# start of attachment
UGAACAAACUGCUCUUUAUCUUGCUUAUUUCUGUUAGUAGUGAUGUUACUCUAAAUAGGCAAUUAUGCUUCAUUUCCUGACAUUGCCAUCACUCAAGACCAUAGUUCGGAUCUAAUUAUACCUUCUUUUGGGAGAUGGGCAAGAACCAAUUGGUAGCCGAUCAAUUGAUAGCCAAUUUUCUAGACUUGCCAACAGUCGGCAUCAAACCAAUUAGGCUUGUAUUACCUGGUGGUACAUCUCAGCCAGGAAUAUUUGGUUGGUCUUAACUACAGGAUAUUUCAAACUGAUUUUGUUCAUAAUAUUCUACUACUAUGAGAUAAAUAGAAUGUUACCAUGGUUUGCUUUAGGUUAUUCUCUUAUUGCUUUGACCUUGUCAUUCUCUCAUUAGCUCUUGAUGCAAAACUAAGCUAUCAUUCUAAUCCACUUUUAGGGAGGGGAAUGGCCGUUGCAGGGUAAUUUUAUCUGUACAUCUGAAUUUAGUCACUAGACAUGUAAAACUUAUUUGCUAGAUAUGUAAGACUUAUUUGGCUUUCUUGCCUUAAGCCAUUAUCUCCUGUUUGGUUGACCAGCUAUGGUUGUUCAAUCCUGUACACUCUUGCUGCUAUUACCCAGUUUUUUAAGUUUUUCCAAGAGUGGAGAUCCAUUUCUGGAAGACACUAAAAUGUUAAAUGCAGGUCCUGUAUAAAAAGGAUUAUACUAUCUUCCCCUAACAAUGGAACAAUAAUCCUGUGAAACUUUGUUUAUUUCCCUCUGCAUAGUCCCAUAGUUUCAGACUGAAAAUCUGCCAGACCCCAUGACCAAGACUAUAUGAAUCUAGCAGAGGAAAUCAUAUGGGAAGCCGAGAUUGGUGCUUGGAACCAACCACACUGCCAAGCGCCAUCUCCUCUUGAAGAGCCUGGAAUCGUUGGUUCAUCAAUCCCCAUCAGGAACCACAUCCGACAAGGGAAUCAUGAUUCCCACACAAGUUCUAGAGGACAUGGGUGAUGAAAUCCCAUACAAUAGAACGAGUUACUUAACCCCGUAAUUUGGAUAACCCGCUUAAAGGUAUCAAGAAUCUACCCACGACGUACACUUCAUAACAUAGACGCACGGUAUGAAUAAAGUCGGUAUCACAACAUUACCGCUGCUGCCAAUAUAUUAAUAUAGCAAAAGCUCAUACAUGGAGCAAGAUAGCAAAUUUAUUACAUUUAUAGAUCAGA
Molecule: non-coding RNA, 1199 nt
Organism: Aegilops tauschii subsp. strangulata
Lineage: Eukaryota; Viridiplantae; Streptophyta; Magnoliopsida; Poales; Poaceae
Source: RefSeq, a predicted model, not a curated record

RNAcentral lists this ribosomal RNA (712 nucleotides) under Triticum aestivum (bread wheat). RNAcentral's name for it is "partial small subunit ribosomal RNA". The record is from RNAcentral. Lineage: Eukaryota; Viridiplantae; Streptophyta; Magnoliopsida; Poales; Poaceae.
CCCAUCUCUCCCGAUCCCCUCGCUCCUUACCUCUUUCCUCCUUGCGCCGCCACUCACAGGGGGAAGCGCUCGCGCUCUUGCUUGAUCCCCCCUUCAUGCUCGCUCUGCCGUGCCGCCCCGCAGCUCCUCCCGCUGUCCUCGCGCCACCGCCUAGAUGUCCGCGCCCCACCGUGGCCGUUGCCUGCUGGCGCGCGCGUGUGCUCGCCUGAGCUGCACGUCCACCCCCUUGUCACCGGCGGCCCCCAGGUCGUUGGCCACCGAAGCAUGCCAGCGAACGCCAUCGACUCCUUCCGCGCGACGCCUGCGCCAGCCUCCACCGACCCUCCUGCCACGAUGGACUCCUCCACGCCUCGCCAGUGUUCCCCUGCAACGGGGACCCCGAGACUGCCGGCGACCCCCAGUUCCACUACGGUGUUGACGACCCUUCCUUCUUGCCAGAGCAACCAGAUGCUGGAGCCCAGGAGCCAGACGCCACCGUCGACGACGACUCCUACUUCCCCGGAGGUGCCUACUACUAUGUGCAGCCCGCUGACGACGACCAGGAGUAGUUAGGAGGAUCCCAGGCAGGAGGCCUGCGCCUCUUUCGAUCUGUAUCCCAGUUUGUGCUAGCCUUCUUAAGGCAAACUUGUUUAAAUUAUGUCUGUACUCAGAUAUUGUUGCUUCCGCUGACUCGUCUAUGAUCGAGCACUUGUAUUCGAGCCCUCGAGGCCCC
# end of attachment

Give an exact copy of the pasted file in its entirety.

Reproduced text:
UGAACAAACUGCUCUUUAUCUUGCUUAUUUCUGUUAGUAGUGAUGUUACUCUAAAUAGGCAAUUAUGCUUCAUUUCCUGACAUUGCCAUCACUCAAGACCAUAGUUCGGAUCUAAUUAUACCUUCUUUUGGGAGAUGGGCAAGAACCAAUUGGUAGCCGAUCAAUUGAUAGCCAAUUUUCUAGACUUGCCAACAGUCGGCAUCAAACCAAUUAGGCUUGUAUUACCUGGUGGUACAUCUCAGCCAGGAAUAUUUGGUUGGUCUUAACUACAGGAUAUUUCAAACUGAUUUUGUUCAUAAUAUUCUACUACUAUGAGAUAAAUAGAAUGUUACCAUGGUUUGCUUUAGGUUAUUCUCUUAUUGCUUUGACCUUGUCAUUCUCUCAUUAGCUCUUGAUGCAAAACUAAGCUAUCAUUCUAAUCCACUUUUAGGGAGGGGAAUGGCCGUUGCAGGGUAAUUUUAUCUGUACAUCUGAAUUUAGUCACUAGACAUGUAAAACUUAUUUGCUAGAUAUGUAAGACUUAUUUGGCUUUCUUGCCUUAAGCCAUUAUCUCCUGUUUGGUUGACCAGCUAUGGUUGUUCAAUCCUGUACACUCUUGCUGCUAUUACCCAGUUUUUUAAGUUUUUCCAAGAGUGGAGAUCCAUUUCUGGAAGACACUAAAAUGUUAAAUGCAGGUCCUGUAUAAAAAGGAUUAUACUAUCUUCCCCUAACAAUGGAACAAUAAUCCUGUGAAACUUUGUUUAUUUCCCUCUGCAUAGUCCCAUAGUUUCAGACUGAAAAUCUGCCAGACCCCAUGACCAAGACUAUAUGAAUCUAGCAGAGGAAAUCAUAUGGGAAGCCGAGAUUGGUGCUUGGAACCAACCACACUGCCAAGCGCCAUCUCCUCUUGAAGAGCCUGGAAUCGUUGGUUCAUCAAUCCCCAUCAGGAACCACAUCCGACAAGGGAAUCAUGAUUCCCACACAAGUUCUAGAGGACAUGGGUGAUGAAAUCCCAUACAAUAGAACGAGUUACUUAACCCCGUAAUUUGGAUAACCCGCUUAAAGGUAUCAAGAAUCUACCCACGACGUACACUUCAUAACAUAGACGCACGGUAUGAAUAAAGUCGGUAUCACAACAUUACCGCUGCUGCCAAUAUAUUAAUAUAGCAAAAGCUCAUACAUGGAGCAAGAUAGCAAAUUUAUUACAUUUAUAGAUCAGA
Molecule: non-coding RNA, 1199 nt
Organism: Aegilops tauschii subsp. strangulata
Lineage: Eukaryota; Viridiplantae; Streptophyta; Magnoliopsida; Poales; Poaceae
Source: RefSeq, a predicted model, not a curated record

RNAcentral lists this ribosomal RNA (712 nucleotides) under Triticum aestivum (bread wheat). RNAcentral's name for it is "partial small subunit ribosomal RNA". The record is from RNAcentral. Lineage: Eukaryota; Viridiplantae; Streptophyta; Magnoliopsida; Poales; Poaceae.
CCCAUCUCUCCCGAUCCCCUCGCUCCUUACCUCUUUCCUCCUUGCGCCGCCACUCACAGGGGGAAGCGCUCGCGCUCUUGCUUGAUCCCCCCUUCAUGCUCGCUCUGCCGUGCCGCCCCGCAGCUCCUCCCGCUGUCCUCGCGCCACCGCCUAGAUGUCCGCGCCCCACCGUGGCCGUUGCCUGCUGGCGCGCGCGUGUGCUCGCCUGAGCUGCACGUCCACCCCCUUGUCACCGGCGGCCCCCAGGUCGUUGGCCACCGAAGCAUGCCAGCGAACGCCAUCGACUCCUUCCGCGCGACGCCUGCGCCAGCCUCCACCGACCCUCCUGCCACGAUGGACUCCUCCACGCCUCGCCAGUGUUCCCCUGCAACGGGGACCCCGAGACUGCCGGCGACCCCCAGUUCCACUACGGUGUUGACGACCCUUCCUUCUUGCCAGAGCAACCAGAUGCUGGAGCCCAGGAGCCAGACGCCACCGUCGACGACGACUCCUACUUCCCCGGAGGUGCCUACUACUAUGUGCAGCCCGCUGACGACGACCAGGAGUAGUUAGGAGGAUCCCAGGCAGGAGGCCUGCGCCUCUUUCGAUCUGUAUCCCAGUUUGUGCUAGCCUUCUUAAGGCAAACUUGUUUAAAUUAUGUCUGUACUCAGAUAUUGUUGCUUCCGCUGACUCGUCUAUGAUCGAGCACUUGUAUUCGAGCCCUCGAGGCCCC